I support the milestone with a minor edit: delete the word "hence". Dave Bart

=== Comments Posted on behalf of Dubner by Administrator4

I am writing in support of the proposal to honor the Giant Metrewave Telescope (GMRT) with the IEEE Milestone recognition. Until recently I have been the director of the Institute of Astronomy and Space Physics in Buenos Aires (IAFE- University of Buenos Aires and Argentina National Council of Sci. & Tech. Research) and Head of the group “Supernova Remnants and the Interstellar Medium” in IAFE. Along my career my main interest has been the investigation of the aftermath of stellar explosions, mostly based on observations in the radio band of the spectrum. To carry out my research I have used the most powerful radio telescopes in the world, including the VLA (USA), ATCA (Australia), ALMA (Chile), eEVN (the European network of radio telescopes) and GMRT (India). The radio waves provide a very wide window to explore the universe, five decades in frequencies, from sub-millimetric to decametric waves. This makes radio telescopes one of the prime tools to explore the sky from Earth, since they permit the investigation of a large variety of physical phenomena in the universe. However, as the spatial resolution of a telescope is proportional to its operating frequency, telescopes working at low radio frequencies produce “blurred” images, thousands of times worst resolved in comparison with optical pictures of the sky. This discouraging aspect, together with the disturbing effects that the ionosphere has on the observations in this spectral range (irregularities in the ionosphere reflect in radio images just like the atmosphere causes stars to twinkle), had the consequence that for many years the low-frequencies extreme of the spectrum was neglected (although radio astronomy was born in 1931 precisely in these frequencies). Yet several very important astrophysical phenomena, including supernova remnants, pulsars, energetic processes at the center of the galaxies, and the relic radiation from the dawn of the universe (the epoch of reionization, when the first stars formed and their light ionized the matter) demand observations precisely at low radio-frequencies to be discovered and studied. One way to overcome the low spatial resolution problem is by combining the signals of several antennae in an array, operating like a big interferometer, and it has to be installed in a site with minimum ionosphere problems. Here is where the whole idea of constructing the GMRT came as an excellent solution. By conceiving a radio telescope consisting of an array of 30 antennae, each of 45 m diameter, spread over a region of 25 km diameter, the instrument achieves high-angular resolution (at the time it was built, it was the world's largest interferometric array) and the choice of the site in India was very adequate because, in addition to low man-made radio noise, it is at a geographical latitude sufficiently north of the geomagnetic equator in order to have a reasonably quiet ionosphere and yet be able to observe a good part of the southern sky as well. This last aspect, together with the experience of Indian scientists and engineers on low-radio-frequencies gained with the Ooty radio telescope, gave to GMRT a special advantage during many years. It was the only radio telescope operating at low frequencies capable to observe all the northern sky and the south down to declination of -59 degrees. In the year 1999, when the telescope opened to users from all over the world, it was organized the symposium “The Universe at Low Radio Frequencies: All Aspects of Radio Astronomy below ≈1 GHz”, sponsored by the International Astronomical Union, in which I had the privilege of being invited to deliver a talk on supernova remnants. In that occasion I made my first visit to the observatory, and I remember that a frequent comment among the participants was the admiration of the design of the antennae, that we called “the mosquitoes” because of the figure of the very light, almost empty antennae made of thin stainless steel wire ropes, the very ingenious SMART (Stretch Mesh Attached to Rope Trusses) concept. Such design was definitively a breakthrough. From that trip I also remember meeting several female engineers involved in different aspects of the project. After then, me and my graduate students conducted several observations with GMRT to investigate pulsars , supernova remnants and searching for radio sources that may help to understand the nature of the “dark” sources discovered by their emission in gamma-rays, the most energetic extreme of the electromagnetic spectrum. Undoubtedly, the GMRT has been one of the most challenging experimental programs in radio astronomy that came to solve the lack of sensitive, high-angular resolution, instrument operating in the lowest extreme of the spectrum, with the possibility of reaching a good part of the southern sky. Nowadays there are other high-quality instruments operating in the same spectral range and covering the southern sky, like the new Murchison Widefield Array (MWA) in Australia and others in the north (Lofar, LWA, etc), but the GMRT continues at the front line producing important contributions to our knowledge of the universe.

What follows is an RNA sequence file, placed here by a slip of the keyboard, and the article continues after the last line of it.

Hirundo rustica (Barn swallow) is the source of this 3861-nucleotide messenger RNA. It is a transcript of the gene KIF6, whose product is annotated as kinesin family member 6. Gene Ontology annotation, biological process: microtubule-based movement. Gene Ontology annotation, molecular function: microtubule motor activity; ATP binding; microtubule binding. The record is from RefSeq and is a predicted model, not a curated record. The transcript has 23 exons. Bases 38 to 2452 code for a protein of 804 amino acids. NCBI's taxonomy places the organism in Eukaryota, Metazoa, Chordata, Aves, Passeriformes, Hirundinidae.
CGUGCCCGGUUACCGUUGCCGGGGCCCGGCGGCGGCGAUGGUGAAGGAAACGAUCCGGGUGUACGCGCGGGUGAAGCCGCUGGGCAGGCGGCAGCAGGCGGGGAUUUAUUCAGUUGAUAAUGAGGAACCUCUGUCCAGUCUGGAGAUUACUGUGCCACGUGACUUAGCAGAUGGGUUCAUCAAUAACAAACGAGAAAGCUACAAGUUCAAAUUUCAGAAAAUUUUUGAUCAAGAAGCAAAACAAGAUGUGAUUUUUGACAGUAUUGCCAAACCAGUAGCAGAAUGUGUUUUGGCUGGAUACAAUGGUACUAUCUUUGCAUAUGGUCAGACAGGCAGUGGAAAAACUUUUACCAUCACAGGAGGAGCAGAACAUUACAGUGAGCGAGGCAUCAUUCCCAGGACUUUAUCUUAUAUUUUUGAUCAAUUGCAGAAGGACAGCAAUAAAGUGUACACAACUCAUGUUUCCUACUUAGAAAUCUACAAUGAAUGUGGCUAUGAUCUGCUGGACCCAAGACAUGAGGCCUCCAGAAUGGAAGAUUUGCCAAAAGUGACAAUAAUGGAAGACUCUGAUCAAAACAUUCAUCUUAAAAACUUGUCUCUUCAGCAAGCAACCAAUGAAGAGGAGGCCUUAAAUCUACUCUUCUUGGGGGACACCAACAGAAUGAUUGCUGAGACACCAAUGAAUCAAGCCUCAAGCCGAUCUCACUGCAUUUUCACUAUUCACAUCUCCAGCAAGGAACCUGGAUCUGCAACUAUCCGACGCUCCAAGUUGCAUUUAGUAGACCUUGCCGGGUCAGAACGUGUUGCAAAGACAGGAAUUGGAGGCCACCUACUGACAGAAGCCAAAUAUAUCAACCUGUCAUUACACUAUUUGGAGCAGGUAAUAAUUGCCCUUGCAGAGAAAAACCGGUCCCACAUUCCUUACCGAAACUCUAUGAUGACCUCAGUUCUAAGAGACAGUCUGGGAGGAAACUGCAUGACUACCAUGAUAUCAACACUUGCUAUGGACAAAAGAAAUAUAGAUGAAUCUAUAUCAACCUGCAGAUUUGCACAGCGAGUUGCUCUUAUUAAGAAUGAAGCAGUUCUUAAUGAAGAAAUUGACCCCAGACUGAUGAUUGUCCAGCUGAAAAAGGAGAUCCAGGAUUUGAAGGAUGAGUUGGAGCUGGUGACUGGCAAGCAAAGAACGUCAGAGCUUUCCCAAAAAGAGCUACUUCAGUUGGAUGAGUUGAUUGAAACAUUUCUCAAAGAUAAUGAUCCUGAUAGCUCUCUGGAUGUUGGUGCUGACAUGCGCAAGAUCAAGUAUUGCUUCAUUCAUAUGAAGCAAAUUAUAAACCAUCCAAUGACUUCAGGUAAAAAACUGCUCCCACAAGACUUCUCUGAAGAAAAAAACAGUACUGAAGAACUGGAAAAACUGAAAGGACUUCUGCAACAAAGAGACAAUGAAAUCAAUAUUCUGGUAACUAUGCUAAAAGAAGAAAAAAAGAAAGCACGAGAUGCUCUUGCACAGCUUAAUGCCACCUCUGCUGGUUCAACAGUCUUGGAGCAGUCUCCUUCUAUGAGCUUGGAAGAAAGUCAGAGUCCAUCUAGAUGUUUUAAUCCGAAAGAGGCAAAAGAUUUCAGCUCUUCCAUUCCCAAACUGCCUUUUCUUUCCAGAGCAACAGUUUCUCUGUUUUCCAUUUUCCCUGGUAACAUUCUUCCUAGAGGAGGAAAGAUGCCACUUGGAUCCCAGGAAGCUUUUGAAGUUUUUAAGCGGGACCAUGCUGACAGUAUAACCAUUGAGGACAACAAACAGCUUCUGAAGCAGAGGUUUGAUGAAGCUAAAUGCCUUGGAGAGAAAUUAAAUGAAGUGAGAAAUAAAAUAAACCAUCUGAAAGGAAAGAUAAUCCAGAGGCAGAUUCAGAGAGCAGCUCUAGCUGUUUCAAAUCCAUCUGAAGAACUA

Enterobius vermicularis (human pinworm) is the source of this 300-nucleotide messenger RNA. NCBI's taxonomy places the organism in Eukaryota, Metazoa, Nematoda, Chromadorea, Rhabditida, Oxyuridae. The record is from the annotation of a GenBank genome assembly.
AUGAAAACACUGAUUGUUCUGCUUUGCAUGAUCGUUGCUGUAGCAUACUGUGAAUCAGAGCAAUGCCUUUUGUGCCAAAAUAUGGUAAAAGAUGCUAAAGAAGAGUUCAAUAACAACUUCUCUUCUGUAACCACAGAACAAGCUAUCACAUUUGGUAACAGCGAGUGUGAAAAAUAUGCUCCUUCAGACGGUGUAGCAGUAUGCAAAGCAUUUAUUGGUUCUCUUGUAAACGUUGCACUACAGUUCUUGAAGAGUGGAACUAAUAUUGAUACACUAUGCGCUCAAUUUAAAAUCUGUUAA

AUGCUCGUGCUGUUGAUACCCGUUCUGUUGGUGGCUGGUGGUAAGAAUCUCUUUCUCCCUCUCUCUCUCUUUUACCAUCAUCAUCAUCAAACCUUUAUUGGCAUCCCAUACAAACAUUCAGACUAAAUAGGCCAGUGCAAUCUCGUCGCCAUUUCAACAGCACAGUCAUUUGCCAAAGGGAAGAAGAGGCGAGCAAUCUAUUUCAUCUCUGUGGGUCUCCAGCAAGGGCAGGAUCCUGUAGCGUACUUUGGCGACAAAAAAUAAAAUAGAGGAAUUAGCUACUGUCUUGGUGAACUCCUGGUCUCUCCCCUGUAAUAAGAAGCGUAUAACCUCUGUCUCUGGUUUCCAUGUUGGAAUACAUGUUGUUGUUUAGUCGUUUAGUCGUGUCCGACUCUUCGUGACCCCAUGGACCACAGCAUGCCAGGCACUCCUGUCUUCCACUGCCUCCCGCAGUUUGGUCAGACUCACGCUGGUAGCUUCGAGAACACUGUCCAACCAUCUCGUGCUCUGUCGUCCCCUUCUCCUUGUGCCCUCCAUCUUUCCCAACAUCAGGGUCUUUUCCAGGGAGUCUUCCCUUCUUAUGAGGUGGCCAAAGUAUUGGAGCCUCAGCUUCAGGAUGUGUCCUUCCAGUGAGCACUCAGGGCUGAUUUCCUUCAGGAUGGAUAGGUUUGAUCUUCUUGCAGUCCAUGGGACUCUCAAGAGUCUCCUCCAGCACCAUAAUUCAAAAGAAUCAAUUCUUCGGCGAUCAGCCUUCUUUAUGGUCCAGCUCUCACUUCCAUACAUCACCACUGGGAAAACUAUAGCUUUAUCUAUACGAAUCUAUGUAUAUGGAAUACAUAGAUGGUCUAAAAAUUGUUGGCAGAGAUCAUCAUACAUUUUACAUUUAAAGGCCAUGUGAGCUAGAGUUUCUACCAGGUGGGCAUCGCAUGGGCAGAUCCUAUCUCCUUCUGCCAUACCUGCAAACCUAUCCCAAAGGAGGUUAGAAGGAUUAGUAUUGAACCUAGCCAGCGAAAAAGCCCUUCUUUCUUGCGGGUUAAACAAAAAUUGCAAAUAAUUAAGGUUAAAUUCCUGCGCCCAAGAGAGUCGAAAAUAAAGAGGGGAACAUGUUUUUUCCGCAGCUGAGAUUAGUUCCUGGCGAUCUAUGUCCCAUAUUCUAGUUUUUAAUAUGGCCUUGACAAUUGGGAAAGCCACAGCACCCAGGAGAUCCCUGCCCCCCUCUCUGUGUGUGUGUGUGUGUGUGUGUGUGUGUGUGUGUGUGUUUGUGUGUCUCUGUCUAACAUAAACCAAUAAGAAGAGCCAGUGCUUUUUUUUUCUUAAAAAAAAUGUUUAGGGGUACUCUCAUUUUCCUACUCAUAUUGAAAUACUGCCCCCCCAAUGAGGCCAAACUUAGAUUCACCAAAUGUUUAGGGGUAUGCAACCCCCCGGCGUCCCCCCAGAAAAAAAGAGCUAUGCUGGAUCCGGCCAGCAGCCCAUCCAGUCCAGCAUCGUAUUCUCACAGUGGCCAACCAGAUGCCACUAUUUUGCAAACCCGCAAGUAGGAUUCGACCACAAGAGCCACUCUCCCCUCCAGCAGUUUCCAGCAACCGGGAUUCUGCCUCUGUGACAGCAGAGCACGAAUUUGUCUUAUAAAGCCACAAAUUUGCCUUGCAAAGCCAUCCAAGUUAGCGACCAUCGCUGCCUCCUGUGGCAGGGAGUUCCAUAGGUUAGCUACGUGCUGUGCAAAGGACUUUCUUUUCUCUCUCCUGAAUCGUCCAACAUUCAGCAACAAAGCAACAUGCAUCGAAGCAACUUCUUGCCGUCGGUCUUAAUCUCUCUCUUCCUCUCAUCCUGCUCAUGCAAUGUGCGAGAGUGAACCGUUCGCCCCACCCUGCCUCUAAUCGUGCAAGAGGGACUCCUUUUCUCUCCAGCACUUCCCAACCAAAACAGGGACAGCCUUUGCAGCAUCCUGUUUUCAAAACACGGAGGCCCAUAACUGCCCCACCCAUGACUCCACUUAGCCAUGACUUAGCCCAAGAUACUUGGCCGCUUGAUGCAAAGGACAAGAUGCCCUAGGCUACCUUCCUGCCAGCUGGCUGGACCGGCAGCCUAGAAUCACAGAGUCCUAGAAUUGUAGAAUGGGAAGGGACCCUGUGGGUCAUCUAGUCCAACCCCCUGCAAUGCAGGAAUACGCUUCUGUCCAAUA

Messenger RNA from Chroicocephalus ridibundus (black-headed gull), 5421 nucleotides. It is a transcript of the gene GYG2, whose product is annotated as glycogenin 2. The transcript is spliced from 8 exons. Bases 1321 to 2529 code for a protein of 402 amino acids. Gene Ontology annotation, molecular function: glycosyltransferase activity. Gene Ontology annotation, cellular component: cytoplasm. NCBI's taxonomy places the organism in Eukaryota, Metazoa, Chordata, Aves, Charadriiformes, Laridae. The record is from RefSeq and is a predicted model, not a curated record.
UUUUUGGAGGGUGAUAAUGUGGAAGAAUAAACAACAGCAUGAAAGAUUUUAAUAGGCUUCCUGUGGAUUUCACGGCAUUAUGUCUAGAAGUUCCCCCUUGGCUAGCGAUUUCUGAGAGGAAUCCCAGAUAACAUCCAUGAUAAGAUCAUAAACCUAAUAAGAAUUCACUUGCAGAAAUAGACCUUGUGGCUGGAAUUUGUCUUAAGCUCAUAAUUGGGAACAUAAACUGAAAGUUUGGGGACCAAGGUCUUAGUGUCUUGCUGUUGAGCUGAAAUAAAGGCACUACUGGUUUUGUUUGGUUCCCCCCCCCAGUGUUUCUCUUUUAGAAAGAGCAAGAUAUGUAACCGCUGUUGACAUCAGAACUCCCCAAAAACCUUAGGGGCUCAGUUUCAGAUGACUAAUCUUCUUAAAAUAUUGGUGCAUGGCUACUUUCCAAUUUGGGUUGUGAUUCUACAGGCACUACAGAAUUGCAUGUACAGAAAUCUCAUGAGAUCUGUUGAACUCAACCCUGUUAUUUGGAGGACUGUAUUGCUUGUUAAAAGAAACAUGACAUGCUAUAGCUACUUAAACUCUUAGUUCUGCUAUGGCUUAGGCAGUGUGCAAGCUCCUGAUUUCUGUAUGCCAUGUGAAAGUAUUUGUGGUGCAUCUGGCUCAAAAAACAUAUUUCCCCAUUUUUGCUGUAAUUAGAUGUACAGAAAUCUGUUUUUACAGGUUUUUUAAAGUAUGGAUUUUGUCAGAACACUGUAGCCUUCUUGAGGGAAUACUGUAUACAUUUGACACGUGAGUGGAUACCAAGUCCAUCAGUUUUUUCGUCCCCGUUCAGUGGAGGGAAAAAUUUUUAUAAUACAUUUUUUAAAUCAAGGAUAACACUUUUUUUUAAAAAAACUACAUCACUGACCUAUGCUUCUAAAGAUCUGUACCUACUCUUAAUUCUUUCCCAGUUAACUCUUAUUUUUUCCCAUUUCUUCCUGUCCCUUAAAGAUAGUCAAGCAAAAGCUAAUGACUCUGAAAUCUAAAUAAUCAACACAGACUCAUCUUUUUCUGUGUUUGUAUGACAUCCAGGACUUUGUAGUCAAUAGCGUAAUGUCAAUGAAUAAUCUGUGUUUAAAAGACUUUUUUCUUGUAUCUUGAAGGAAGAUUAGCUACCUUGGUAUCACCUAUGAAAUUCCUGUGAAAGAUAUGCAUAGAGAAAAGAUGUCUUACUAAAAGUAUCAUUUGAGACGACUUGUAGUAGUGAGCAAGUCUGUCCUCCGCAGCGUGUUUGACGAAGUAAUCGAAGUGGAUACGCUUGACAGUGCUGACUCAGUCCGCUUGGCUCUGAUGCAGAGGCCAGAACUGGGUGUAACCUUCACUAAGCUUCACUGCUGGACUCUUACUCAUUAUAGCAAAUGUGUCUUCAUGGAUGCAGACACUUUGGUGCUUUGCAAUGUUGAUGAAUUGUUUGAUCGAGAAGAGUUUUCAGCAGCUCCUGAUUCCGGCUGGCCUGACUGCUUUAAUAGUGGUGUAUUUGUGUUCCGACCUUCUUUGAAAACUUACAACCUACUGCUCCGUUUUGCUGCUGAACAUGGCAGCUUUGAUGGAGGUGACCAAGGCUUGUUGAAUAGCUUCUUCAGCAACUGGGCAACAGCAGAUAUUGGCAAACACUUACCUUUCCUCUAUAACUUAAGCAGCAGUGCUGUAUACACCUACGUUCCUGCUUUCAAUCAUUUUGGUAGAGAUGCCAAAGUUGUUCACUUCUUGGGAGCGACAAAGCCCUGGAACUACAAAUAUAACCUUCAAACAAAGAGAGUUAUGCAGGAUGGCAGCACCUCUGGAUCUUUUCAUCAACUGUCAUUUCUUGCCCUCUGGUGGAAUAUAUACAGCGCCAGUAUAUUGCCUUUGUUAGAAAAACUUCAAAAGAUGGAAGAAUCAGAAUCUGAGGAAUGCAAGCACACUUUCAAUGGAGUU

Gloria Dubner Senior Researcher of the National Council of Scientific and Technological Research of Argentina (CONICET) Vice president of the National Academy of Exact, Physical and Natural Sciences Member of the International Astronomical Union